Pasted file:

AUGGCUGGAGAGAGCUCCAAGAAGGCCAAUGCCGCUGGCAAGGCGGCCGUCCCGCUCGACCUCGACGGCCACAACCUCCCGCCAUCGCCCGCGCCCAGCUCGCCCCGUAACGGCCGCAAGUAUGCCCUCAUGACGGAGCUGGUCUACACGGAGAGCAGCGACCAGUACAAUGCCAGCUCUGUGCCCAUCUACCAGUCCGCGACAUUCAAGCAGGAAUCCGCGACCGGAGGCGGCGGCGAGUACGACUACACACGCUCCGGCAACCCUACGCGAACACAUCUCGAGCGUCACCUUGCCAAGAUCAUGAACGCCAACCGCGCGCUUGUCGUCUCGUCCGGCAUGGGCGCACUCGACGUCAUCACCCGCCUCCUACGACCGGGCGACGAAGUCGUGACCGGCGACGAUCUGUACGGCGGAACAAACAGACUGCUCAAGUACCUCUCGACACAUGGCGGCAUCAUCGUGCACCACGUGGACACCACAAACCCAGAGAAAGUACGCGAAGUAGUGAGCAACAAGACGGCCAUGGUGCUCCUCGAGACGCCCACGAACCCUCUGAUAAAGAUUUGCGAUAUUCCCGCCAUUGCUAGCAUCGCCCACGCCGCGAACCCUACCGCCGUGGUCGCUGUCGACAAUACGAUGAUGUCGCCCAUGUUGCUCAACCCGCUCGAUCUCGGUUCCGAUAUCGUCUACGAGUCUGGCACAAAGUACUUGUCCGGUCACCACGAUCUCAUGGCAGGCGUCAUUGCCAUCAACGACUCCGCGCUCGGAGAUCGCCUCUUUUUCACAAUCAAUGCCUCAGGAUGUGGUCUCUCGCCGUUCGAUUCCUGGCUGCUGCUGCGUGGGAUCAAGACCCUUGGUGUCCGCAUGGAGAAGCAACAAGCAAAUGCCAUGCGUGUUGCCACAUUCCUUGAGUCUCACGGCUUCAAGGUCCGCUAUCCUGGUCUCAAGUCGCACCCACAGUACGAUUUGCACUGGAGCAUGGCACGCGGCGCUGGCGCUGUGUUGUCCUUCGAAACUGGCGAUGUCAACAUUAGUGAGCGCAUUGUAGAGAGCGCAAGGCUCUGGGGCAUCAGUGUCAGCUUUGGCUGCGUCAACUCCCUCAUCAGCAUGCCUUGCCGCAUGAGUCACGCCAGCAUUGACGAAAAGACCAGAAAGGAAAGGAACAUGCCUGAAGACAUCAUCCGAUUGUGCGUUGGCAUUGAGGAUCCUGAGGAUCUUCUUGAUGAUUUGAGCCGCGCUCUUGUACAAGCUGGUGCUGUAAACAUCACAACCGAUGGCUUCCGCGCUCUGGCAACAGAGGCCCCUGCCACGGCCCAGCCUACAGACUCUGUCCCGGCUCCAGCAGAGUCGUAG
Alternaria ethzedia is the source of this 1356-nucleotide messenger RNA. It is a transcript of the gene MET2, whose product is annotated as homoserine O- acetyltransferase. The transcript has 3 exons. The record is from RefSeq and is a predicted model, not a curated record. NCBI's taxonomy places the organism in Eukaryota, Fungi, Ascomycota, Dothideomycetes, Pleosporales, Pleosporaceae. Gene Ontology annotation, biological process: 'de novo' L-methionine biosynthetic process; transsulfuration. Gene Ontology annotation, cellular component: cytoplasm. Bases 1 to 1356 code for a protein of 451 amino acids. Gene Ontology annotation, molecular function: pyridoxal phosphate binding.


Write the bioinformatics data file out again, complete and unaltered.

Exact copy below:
AUGGCUGGAGAGAGCUCCAAGAAGGCCAAUGCCGCUGGCAAGGCGGCCGUCCCGCUCGACCUCGACGGCCACAACCUCCCGCCAUCGCCCGCGCCCAGCUCGCCCCGUAACGGCCGCAAGUAUGCCCUCAUGACGGAGCUGGUCUACACGGAGAGCAGCGACCAGUACAAUGCCAGCUCUGUGCCCAUCUACCAGUCCGCGACAUUCAAGCAGGAAUCCGCGACCGGAGGCGGCGGCGAGUACGACUACACACGCUCCGGCAACCCUACGCGAACACAUCUCGAGCGUCACCUUGCCAAGAUCAUGAACGCCAACCGCGCGCUUGUCGUCUCGUCCGGCAUGGGCGCACUCGACGUCAUCACCCGCCUCCUACGACCGGGCGACGAAGUCGUGACCGGCGACGAUCUGUACGGCGGAACAAACAGACUGCUCAAGUACCUCUCGACACAUGGCGGCAUCAUCGUGCACCACGUGGACACCACAAACCCAGAGAAAGUACGCGAAGUAGUGAGCAACAAGACGGCCAUGGUGCUCCUCGAGACGCCCACGAACCCUCUGAUAAAGAUUUGCGAUAUUCCCGCCAUUGCUAGCAUCGCCCACGCCGCGAACCCUACCGCCGUGGUCGCUGUCGACAAUACGAUGAUGUCGCCCAUGUUGCUCAACCCGCUCGAUCUCGGUUCCGAUAUCGUCUACGAGUCUGGCACAAAGUACUUGUCCGGUCACCACGAUCUCAUGGCAGGCGUCAUUGCCAUCAACGACUCCGCGCUCGGAGAUCGCCUCUUUUUCACAAUCAAUGCCUCAGGAUGUGGUCUCUCGCCGUUCGAUUCCUGGCUGCUGCUGCGUGGGAUCAAGACCCUUGGUGUCCGCAUGGAGAAGCAACAAGCAAAUGCCAUGCGUGUUGCCACAUUCCUUGAGUCUCACGGCUUCAAGGUCCGCUAUCCUGGUCUCAAGUCGCACCCACAGUACGAUUUGCACUGGAGCAUGGCACGCGGCGCUGGCGCUGUGUUGUCCUUCGAAACUGGCGAUGUCAACAUUAGUGAGCGCAUUGUAGAGAGCGCAAGGCUCUGGGGCAUCAGUGUCAGCUUUGGCUGCGUCAACUCCCUCAUCAGCAUGCCUUGCCGCAUGAGUCACGCCAGCAUUGACGAAAAGACCAGAAAGGAAAGGAACAUGCCUGAAGACAUCAUCCGAUUGUGCGUUGGCAUUGAGGAUCCUGAGGAUCUUCUUGAUGAUUUGAGCCGCGCUCUUGUACAAGCUGGUGCUGUAAACAUCACAACCGAUGGCUUCCGCGCUCUGGCAACAGAGGCCCCUGCCACGGCCCAGCCUACAGACUCUGUCCCGGCUCCAGCAGAGUCGUAG
Alternaria ethzedia is the source of this 1356-nucleotide messenger RNA. It is a transcript of the gene MET2, whose product is annotated as homoserine O- acetyltransferase. The transcript has 3 exons. The record is from RefSeq and is a predicted model, not a curated record. NCBI's taxonomy places the organism in Eukaryota, Fungi, Ascomycota, Dothideomycetes, Pleosporales, Pleosporaceae. Gene Ontology annotation, biological process: 'de novo' L-methionine biosynthetic process; transsulfuration. Gene Ontology annotation, cellular component: cytoplasm. Bases 1 to 1356 code for a protein of 451 amino acids. Gene Ontology annotation, molecular function: pyridoxal phosphate binding.